4326 posts • joined 31 Dec 2009
Re: So instead
Only the 100th in Canada, things move a little more slowly there
Re: Racism? Really?
And yet they are happy for Canadian government emails about NAFTA negotiations to be passing through a US server
The systems and their software will be made in America
Remember this is the 100th anniversary of the War of 1812 when the US attempted to burn down Toronto (a laudable aim) and then got their butts whipped
Re: EFF = Energetic Frivolous Fools
Indeed, requiring a warrant before you spy on your own citizens. Ridiculous, they'll be wanting trials before the sentence next.
The whole point of having the right to bear arms is so that the government can have the right to enter your property whenever it wants.
1G used analogue variation in power to transmit calls
2G used digital signals to transmit calls
3G used IP packets to transmit data
4G used vague handwaving to transmit marketing bullshit
5G will use nuclear physics to actually manipulate inter-atomic bonds to send data at almost the speed of light between copper atoms. Billions of these copper atoms will be contained in a new atomic metalic fibre only slightly thicker than an optical fibre and be connected directly to each handset in what the makers a re calling cord-to-handset technology.
[x] something more sinister
A secret sinister plot by the Irish intelligence agency to take over Google and !Yahoo! ?
But if you are an American company who only pays tax in Ireland on their earnings in the UK you can expect a bit more red-carpet treatment.
Re: FTTH is a waste of time
Out here in the colonies, I'm 10km from the center of a city of 2M people that is allegedly the high tech hub of the country.
I pay $35 for ADSL 5Mb down / 0.5Mb Up and achieve exactly half that.
I could pay $70 for cable and get 15 Mb down / 0.5Mb up
For "cultural and security reasons" we are limited to a choice of one telco and one cable company.
So having fibre to the cabinet and then copper into your house limits you to what Gig-E?
I can see why Silicon roundabout has failed if I can't have 100Tb/s to my netbook
If only BT had delivered ATM to the house in the 90s Facebook would have been British.
How did they know the Swedish accents were authentic?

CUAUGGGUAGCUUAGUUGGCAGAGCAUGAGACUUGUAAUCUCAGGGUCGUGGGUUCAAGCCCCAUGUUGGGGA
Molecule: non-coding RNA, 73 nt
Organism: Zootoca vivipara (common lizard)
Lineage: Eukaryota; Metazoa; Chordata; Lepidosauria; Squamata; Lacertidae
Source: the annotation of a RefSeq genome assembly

Because they sounded like the chef in the muppets or because they sounded like the plumber in the movie they watched in the 70s?
I think the Swedish academy of science might need to look at a more secure authentication program.
Although First Direct having it's call centre in Leeds was a good test. Unless nigerian scammers have learn't t'tak proper like wot ar do sithee.
Re: Manned spaceflight
So the whole purpose of the ISS and Nasa was to provide an incentive for commercial airliens to offer free-fall fun trips?
And WWII was justified as a publicity stunt to promote Vera Lynn's latest single
So apart from wasting $billions subsidizing Boeing to make up for the end of the cold war, being used as an excuse to spend more $billions keeping the Shuttle flying to keep a few senators with Nasa facilities happy - the ISS serves no useful purpose.
And we now have the problem that having the ISS there, restricts the flight paths of commercial sat launches.
Re: Standards should be open and free.
Certainly if you submit it to a standards body.
Pretty much all the companies on the list have been guilty of promoting some format to ISO and then once it's official announcing that they own some patent on it.
Opportunity to tender
What data will you collect = that's classified.
How will data be stored = that's classified.
How will data be retrieved = that's classified.
How ill data be backed up = that's classified.
I would do this for £1.5bn - leave the cash behind the tree in the usual place and never contact me again
>obvious we need a benchmark for Quantum Computing now.
As long as you promise not to measure it while I'm working
Re: "Ansar Al-Mujahideen" vs "Ansar al-Mojahedin"?
Iran/Iraq - only one letter different, does it matter which one we bomb?
Meanwhile in London
The International Reading Association is regretting it's new logo design
Re: Recently declassified?
Actually the whole of Canada is a disinformation campaign run by the NSA
A whole country like America; where everyone is thin, polite, have guns but don't kill people, grow their own drugs and have free healthcare? How can anyone possibly fall for that.